You can’t hide from your past

I spotted this Quercus petraea growing in the depression of a conifer tree in a huge coniferous plantation in the Brecon Beacons. There isn’t an oak tree in sight, but regeneration from the old seed bank from the original woodland species is always a give away to the land’s natural habitat. It reminds me of an ecological evaluation I carried out some 29 years ago in Shropshire, which was an oak woodland, but my application of the (brand new) NVC system revealed its true identity as an ash woodland – as inter alia, the only seedlings growing were ash in soil disturbed by a large badger sett.

oak-2

Central Asia water and power

There have been some interesting articles in the media recently regarding potential conflict in Central Asia over water; linked to power generation and agricultural irrigation.

Huckbody Environmental has been involved in several aspects of this story, both in hydropower and electricity distribution and therefore has a very good insight into the issues.

A few years ago Andy Huckbody was commissioned by World Bank to undertake an HSE audit of the world’s largest hydropower project in Tajikistan, Rogun Hydropower. This lies at the heart of the water resource and power generation issue, being towards the top of the river cascade.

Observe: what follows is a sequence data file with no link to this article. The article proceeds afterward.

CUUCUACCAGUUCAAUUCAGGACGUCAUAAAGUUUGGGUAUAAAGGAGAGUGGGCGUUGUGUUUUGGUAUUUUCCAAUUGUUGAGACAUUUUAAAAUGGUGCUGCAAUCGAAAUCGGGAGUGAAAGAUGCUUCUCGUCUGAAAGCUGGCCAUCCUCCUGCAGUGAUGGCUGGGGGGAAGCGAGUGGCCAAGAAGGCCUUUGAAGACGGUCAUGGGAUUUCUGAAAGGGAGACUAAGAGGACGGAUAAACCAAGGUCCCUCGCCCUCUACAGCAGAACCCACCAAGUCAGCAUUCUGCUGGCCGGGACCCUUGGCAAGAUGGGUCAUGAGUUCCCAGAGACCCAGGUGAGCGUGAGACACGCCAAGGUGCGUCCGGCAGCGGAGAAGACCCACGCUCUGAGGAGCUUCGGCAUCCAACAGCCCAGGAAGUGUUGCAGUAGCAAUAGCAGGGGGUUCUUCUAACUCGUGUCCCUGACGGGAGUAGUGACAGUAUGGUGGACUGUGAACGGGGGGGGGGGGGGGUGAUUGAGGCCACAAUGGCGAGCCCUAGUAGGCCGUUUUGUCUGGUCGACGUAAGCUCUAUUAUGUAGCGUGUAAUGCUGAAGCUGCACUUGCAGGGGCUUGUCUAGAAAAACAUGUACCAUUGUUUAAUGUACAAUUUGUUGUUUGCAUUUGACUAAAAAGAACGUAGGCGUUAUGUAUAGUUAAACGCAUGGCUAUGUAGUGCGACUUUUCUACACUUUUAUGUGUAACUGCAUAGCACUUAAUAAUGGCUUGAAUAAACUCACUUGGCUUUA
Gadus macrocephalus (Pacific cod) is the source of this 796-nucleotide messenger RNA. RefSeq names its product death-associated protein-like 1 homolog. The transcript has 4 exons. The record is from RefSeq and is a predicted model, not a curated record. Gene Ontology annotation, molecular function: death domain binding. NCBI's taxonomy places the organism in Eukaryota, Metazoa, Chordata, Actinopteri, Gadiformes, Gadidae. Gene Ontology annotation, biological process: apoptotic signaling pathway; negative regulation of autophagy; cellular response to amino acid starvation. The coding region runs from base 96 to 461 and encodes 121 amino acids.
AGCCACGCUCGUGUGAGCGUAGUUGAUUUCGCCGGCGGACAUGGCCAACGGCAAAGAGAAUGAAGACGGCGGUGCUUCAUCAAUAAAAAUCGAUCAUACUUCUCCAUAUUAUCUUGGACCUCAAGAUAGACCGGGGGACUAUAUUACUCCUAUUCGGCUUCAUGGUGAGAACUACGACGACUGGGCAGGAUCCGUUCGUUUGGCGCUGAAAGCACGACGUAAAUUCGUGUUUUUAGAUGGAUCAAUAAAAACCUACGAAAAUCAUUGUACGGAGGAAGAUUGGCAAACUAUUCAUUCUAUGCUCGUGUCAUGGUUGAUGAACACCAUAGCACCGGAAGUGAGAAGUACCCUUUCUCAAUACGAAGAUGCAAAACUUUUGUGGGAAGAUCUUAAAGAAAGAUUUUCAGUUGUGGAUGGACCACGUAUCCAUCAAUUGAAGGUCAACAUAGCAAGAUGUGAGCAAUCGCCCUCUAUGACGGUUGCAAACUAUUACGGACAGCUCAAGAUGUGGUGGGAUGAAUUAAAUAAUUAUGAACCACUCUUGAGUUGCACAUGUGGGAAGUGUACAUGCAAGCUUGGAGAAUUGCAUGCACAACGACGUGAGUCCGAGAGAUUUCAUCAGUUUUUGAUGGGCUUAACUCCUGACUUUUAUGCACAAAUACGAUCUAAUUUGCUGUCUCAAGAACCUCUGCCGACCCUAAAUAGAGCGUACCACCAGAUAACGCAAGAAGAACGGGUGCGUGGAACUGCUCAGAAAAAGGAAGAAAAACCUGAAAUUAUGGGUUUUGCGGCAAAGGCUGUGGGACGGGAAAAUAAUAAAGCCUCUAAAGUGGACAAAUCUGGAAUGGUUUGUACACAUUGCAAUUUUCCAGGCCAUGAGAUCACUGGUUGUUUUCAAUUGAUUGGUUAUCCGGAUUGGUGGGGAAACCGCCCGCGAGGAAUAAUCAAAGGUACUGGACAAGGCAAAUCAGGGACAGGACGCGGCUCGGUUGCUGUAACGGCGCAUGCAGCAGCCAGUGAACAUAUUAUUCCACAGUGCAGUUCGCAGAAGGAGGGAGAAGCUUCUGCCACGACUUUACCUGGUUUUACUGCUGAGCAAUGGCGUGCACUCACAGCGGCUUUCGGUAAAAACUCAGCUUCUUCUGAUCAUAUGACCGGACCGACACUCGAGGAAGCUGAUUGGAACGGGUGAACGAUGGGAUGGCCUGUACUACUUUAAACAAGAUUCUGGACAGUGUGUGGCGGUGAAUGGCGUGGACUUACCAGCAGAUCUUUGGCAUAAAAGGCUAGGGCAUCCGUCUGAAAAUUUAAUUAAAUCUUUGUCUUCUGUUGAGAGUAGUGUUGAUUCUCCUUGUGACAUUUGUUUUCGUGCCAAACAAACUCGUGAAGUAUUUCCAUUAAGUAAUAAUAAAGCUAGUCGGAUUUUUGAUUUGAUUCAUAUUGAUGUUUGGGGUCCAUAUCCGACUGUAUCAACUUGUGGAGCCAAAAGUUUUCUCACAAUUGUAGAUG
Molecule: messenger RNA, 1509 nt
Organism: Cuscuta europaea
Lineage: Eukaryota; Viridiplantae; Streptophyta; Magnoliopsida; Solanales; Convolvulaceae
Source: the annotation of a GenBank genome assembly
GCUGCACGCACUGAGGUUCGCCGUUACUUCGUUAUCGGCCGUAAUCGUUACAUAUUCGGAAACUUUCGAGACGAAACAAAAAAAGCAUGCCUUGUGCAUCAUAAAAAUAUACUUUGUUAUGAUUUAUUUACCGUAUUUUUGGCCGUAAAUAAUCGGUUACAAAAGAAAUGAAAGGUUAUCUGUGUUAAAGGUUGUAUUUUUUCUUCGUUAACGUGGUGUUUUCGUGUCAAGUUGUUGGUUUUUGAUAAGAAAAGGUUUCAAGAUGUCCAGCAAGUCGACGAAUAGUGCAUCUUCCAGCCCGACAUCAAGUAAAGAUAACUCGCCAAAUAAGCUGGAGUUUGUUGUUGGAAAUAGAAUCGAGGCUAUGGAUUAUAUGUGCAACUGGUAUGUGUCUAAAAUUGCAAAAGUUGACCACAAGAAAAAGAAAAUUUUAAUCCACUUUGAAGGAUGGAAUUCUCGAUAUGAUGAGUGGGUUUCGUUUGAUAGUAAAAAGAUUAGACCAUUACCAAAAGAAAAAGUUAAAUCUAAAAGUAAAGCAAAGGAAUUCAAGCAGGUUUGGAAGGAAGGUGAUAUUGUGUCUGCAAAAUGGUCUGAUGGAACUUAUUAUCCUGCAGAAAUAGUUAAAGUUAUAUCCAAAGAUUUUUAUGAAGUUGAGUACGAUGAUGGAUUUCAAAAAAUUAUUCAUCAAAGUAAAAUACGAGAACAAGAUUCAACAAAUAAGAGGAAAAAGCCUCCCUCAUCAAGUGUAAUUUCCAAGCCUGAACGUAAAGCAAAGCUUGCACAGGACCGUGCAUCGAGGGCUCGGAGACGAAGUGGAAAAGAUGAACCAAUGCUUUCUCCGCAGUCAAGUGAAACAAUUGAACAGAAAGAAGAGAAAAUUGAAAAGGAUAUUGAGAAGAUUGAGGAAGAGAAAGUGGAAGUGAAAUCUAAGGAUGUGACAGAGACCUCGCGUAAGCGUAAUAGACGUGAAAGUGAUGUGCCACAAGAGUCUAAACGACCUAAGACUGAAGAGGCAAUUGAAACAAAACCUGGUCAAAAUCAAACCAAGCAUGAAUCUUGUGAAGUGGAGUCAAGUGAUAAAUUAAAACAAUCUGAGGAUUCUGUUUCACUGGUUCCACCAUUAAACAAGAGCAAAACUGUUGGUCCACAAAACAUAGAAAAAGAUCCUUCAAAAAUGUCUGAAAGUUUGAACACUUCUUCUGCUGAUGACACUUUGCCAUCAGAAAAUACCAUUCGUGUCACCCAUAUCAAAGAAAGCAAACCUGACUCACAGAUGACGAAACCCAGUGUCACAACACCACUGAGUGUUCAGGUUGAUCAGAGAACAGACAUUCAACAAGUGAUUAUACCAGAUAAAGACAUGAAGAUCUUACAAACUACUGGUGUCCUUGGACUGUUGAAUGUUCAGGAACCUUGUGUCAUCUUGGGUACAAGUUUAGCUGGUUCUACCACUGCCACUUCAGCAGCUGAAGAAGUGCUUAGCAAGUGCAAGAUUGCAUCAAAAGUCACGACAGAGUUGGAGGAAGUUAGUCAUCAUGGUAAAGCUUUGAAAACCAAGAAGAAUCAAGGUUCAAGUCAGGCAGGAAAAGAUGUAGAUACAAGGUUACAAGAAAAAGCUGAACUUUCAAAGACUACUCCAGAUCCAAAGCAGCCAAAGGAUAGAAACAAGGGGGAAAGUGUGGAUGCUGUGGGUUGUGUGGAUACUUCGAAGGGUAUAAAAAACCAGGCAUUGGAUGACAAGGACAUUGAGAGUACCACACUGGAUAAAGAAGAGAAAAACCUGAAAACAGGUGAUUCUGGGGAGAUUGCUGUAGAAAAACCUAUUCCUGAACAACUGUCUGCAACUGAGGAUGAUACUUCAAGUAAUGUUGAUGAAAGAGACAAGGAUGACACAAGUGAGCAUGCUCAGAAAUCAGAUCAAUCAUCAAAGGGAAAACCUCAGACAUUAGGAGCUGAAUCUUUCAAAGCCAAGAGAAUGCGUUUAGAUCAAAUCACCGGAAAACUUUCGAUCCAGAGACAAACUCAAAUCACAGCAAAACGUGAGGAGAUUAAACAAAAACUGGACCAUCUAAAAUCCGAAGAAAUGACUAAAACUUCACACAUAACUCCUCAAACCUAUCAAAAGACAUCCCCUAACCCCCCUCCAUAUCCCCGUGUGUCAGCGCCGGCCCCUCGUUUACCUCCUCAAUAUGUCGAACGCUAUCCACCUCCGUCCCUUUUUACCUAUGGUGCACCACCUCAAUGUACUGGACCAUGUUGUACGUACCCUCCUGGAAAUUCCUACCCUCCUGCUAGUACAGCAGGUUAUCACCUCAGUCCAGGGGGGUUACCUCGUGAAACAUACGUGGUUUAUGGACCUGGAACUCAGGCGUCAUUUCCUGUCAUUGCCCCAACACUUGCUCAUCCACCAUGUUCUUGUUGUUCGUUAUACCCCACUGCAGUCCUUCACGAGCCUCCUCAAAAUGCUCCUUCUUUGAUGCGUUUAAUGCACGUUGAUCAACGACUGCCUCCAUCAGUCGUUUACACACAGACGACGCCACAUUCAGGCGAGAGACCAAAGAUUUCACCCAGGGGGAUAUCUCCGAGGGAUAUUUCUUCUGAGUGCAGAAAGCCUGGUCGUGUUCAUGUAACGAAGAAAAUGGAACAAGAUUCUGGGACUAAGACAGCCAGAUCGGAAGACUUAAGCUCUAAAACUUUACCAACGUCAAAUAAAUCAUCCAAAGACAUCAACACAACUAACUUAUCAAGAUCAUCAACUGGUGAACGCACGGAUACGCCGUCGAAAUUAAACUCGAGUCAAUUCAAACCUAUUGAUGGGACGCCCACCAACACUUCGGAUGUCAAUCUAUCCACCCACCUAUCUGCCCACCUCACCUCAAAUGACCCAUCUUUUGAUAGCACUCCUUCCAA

3 years ago Andy Huckbody was engaged by World Bank to undertake a regional EIA of the 2000km electricity power line, export and distribution system CASA http://www.casa-1000.org/ .

Will Central Asia fight over water?

  • 25 October 2016
  • From the sectionMagazine
River in Kyrgyzstan

In Central Asia, a crisis is brewing over water and electricity. The Soviet-era system in which the five countries of the region shared their resources has broken down, leaving some facing water shortages and others chronic power cuts. Instances of small-scale unrest have already occurred, but some warn this could be just the beginning.

On a freezing night in January 2009 a catastrophic power cut plunged swathes of the Tajik capital Dushanbe into darkness.